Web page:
"Reconciliation has got beyond being an issue of the left and a tad exclusive in the people it attracts, to being an issue that engages a broad range of Australians, as it must, whatever sector they're from, whatever political persuasion.
"This is what's happened to reconciliation. This is what needed to happen to reconciliation. And I urge all Australians to get the information you need to be part of the conversation through www.reconciliation.org.au."
One of the most prevalent media images of Indigenous communities shows dilapidated, poorly maintained houses. Unfortunately, this is a reality, but it has given rise to the myth that Indigenous people purposely trash their own homes.
Data collected over a long period by healthabitat shows the majority of all repair works (70%) to houses in Indigenous communities are needed because of lack of routine maintenance of public housing by government - less than 3% arose because of vandalism, intentional damage or misuse.28 Other major causes include the chronic shortage of housing and lack of consultation with communities about their needs.
The high cost of maintenance in remote areas and the harsh climates in which homes are built are also contributing factors.
Despite the effort and commitment of most Indigenous Australians to overcome problems confronting their communities, there is a pervasive myth of Indigenous passivity.
Since settlement, Indigenous leaders and communities fought long and hard for citizenship rights, land rights and the right to be counted in the census of the population; rights that non-Indigenous people take for granted.
A recent example of communities fighting to overcome their problems is the strong leadership of the Pitjantjatjara communities of South Australia in combating the scourge of petrol sniffing. As Social Justice Commissioner Tom Calma recalls: 'they were prepared to own the problem of petrol sniffing in their community - they simply needed help in dealing with the outside forces that were causing it, they almost begged for a ban on sniffable fuel - at a time when all governments thought that would either be too hard or too expensive. But the community knew what it needed.'
This is one of the many instances of community leadership that has triumphed over a specific problem facing a specific community.
"Overcoming Indigenous disadvantage comes at a price but let's stop pretending that there's ever been an investment in Indigenous Australia based on need, let alone on a vision of success."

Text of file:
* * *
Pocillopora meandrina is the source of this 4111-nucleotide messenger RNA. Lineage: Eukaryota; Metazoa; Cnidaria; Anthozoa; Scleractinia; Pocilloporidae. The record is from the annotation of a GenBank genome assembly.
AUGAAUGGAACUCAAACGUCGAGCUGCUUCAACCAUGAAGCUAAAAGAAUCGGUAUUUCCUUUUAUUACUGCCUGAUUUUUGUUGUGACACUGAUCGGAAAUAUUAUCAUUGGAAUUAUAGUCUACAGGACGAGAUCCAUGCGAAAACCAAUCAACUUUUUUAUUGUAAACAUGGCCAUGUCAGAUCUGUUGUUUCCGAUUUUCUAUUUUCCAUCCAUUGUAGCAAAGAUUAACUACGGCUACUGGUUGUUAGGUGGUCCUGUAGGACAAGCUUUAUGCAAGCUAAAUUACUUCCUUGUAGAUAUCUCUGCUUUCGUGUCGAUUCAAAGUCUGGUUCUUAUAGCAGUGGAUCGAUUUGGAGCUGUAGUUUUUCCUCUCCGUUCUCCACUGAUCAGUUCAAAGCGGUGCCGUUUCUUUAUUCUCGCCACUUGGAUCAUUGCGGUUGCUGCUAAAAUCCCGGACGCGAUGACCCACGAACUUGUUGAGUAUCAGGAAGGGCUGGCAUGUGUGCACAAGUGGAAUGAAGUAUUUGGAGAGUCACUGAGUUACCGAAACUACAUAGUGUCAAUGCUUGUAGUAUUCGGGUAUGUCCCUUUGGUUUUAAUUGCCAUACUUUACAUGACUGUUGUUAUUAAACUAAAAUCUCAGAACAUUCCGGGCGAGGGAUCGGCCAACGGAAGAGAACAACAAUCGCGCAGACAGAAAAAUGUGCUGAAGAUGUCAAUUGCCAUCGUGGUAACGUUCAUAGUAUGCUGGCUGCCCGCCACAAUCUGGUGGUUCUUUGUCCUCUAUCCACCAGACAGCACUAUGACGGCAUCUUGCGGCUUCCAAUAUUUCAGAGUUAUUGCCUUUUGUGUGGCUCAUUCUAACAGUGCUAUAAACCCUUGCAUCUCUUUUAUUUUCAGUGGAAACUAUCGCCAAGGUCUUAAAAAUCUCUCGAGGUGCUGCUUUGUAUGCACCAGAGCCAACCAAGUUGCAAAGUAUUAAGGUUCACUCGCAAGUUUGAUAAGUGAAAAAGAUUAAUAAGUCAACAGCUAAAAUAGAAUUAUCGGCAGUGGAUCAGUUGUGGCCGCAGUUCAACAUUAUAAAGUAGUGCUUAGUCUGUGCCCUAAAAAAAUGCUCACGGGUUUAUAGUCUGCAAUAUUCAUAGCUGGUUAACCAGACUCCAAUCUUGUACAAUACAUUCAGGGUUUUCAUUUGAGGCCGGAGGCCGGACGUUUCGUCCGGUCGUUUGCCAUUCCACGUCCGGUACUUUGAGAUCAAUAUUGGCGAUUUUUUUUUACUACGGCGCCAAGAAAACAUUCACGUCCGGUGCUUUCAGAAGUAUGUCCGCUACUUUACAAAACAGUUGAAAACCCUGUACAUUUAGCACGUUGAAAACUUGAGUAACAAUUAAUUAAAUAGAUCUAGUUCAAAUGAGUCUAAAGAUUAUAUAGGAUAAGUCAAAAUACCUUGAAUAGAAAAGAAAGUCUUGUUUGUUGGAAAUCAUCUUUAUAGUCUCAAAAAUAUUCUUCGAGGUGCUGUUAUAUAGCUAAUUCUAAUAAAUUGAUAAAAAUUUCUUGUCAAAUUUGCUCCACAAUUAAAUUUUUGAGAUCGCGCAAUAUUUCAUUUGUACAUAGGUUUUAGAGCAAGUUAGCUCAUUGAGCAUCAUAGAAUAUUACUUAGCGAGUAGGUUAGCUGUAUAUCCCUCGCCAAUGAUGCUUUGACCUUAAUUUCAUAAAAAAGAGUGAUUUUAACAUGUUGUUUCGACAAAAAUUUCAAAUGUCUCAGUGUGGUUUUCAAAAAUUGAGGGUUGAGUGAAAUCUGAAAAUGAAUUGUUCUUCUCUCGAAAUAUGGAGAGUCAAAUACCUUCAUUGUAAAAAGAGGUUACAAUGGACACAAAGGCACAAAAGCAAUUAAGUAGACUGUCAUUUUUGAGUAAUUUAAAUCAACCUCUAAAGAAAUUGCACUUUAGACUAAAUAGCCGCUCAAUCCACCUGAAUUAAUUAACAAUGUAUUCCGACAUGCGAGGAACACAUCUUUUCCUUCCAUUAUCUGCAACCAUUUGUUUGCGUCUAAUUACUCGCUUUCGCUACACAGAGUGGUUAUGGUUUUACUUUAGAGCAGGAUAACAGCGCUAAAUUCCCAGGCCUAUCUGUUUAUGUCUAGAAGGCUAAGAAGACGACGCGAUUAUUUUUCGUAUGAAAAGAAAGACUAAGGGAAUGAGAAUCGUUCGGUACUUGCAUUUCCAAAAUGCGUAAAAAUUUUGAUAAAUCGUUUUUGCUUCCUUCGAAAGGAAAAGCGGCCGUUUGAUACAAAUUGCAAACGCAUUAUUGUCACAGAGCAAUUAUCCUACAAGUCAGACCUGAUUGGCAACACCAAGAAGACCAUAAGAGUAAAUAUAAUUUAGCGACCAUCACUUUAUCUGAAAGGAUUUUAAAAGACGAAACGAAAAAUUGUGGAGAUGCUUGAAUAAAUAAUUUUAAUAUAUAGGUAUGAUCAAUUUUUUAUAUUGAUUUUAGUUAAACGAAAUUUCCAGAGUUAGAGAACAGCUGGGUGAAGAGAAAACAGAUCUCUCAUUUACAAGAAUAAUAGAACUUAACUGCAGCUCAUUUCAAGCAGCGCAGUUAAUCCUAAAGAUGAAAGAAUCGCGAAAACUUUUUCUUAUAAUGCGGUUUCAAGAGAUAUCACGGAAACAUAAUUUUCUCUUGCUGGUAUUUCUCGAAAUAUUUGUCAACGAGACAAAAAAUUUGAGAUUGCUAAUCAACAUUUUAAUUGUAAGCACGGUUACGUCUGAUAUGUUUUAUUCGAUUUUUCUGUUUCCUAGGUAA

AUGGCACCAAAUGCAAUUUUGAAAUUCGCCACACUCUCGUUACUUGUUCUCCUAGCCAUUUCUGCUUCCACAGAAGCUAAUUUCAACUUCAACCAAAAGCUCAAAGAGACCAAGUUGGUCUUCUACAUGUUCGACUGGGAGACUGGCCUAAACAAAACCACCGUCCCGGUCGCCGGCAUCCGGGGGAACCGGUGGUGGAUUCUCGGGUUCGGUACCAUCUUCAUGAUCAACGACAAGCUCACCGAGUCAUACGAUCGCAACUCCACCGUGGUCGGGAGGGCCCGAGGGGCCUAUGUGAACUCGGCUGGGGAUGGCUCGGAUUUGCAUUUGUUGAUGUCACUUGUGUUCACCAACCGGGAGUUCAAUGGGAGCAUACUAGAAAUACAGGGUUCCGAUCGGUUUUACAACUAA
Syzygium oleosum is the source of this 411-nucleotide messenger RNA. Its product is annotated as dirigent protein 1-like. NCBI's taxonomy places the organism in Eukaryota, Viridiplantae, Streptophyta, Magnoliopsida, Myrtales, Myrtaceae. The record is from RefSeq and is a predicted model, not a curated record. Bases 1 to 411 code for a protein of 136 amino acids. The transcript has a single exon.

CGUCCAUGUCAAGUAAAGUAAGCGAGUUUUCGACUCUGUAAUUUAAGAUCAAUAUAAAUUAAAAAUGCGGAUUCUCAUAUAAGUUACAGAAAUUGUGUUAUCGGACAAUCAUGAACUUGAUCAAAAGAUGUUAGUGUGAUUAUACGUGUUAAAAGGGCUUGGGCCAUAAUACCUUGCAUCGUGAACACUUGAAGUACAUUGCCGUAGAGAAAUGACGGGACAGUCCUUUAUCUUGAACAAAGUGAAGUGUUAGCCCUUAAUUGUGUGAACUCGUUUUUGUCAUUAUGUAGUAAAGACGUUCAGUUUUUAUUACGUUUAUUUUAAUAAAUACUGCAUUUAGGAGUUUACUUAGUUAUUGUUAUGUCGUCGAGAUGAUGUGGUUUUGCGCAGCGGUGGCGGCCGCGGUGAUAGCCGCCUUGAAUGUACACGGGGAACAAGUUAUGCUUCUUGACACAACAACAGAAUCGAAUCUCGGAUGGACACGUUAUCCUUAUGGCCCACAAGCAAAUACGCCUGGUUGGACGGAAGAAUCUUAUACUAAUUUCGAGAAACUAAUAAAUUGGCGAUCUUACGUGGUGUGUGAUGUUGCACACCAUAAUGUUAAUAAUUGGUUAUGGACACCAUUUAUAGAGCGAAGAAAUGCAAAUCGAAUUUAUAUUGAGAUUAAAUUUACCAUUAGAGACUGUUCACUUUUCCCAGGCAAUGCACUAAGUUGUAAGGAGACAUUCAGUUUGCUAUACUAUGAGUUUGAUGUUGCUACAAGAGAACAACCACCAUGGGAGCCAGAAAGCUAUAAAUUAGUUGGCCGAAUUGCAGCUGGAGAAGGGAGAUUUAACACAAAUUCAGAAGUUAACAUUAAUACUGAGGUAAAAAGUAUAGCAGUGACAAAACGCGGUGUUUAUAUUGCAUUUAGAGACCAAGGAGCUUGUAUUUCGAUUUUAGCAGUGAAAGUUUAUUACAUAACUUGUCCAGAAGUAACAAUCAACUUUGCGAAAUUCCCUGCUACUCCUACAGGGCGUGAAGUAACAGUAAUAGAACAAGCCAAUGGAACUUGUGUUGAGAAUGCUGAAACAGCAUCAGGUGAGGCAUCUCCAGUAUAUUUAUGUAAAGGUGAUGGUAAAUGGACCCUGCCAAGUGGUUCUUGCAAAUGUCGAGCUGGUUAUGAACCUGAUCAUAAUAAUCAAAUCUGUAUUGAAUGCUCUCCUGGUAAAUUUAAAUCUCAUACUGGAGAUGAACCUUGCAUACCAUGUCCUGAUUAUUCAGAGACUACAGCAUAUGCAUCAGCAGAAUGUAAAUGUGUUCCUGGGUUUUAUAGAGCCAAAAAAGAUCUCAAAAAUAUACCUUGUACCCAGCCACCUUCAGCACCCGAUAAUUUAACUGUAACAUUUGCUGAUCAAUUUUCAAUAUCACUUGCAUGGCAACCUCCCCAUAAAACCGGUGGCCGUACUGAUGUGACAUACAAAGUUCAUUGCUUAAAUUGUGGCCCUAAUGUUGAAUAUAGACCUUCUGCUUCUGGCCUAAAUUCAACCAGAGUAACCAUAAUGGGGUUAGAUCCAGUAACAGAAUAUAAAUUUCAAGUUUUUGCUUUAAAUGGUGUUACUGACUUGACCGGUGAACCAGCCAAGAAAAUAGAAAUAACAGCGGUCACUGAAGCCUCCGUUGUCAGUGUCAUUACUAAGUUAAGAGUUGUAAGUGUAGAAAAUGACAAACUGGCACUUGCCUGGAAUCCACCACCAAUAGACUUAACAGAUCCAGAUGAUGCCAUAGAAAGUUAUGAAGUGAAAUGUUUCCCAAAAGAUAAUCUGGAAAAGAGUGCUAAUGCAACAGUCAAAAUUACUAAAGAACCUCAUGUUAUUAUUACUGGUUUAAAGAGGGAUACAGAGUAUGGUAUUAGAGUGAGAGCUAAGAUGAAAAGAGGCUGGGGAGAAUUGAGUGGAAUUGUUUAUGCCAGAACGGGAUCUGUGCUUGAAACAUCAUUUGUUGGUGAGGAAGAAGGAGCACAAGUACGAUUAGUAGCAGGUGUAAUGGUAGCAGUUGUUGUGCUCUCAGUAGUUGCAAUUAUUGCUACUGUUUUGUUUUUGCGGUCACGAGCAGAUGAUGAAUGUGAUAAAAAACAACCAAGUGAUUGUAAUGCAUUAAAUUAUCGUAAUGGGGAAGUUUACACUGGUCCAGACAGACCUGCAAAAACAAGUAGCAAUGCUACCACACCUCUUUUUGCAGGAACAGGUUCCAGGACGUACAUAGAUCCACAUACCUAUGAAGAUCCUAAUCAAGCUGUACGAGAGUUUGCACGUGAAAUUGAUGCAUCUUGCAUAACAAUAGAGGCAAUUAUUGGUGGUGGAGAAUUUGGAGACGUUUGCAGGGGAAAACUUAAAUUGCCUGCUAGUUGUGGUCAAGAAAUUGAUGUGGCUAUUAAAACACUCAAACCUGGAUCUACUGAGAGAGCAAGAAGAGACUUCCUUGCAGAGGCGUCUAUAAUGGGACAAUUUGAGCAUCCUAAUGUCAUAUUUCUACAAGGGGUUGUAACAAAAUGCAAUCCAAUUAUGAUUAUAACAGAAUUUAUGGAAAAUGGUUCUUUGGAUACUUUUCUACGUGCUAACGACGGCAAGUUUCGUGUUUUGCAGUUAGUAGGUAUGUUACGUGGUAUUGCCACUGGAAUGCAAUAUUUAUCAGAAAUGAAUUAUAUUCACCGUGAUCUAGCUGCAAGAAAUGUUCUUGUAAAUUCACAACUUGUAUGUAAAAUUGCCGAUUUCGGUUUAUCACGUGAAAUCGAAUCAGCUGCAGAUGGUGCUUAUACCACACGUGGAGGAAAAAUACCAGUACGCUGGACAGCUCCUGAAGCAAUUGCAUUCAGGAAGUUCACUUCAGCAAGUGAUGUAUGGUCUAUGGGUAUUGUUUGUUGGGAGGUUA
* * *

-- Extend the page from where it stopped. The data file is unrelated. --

Professor Mick Dodson
Most Australians have heard the myth about "too much money is thrown at Indigenous affairs". The reality is that Indigenous-specific funding represented 1.58% of total Australian Government spending in 2006-2007.31 As a percentage of GDP, Indigenous-specific spending is about a third of one percentage point,32 which is about the same amount as Australia spends on aid to foreign countries.
In the 2007 federal budget, $748.3 million33 is the identifiable amount being spent on Indigenous affairs - based on an Indigenous population of around 500,00034 this calculates to $1500 per person.
Professional organisations including the Australian Medical Association, the Human Rights and Equal Opportunity Commission and Indigenous organisations point out that if Australia is serious about closing the gap in life expectancy between Indigenous and non-Indigenous Australians a lot more money is needed. But even more important than that, the money needs to be spent properly with less of it channelled into expensive, inefficient bureaucracy.
It is true that you can't solve problems simply by throwing money at them because you also need sound policy and effective administration to utilise the funding effectively.
For example, the Council of Australian Governments (COAG) recently established a trial site in the Kimberley to try and cut bureaucratic red tape. Media reports identified a government allocation of $1.3 million to run the trial, of which nearly $1 million was reported as being spent on salaries, travel and administration by federal government bureaucrats.
Many Indigenous groups and individuals37 have called for an auditing office or some other independent body to track exactly where and how much money is being spent in Indigenous affairs, to monitor expenditure transparency, program success, increase accountability to the Indigenous community and to reduce the financial confusion and blaming that occurs between the state and federal governments.
As Mick Dodson maintains: "An investment in getting real results means hundreds of millions of extra dollars every year for at least a decade and perhaps more. It's time we started telling the Australian people about the economics around not investing in this national effort because as parts of corporate Australia already know and are acting on, if a popular, well resourced government doesn't do it now, the cost will skyrocket out of our reach."
This idea stems in part from controversies that surrounded the now disbanded Aboriginal and Torres Strait Islander Commission and some of its officials. Despite claims about its unaccountability, ATSIC remained the only statutory body with its own internal audit section and was reviewed satisfactorily by external assessments and investigations.38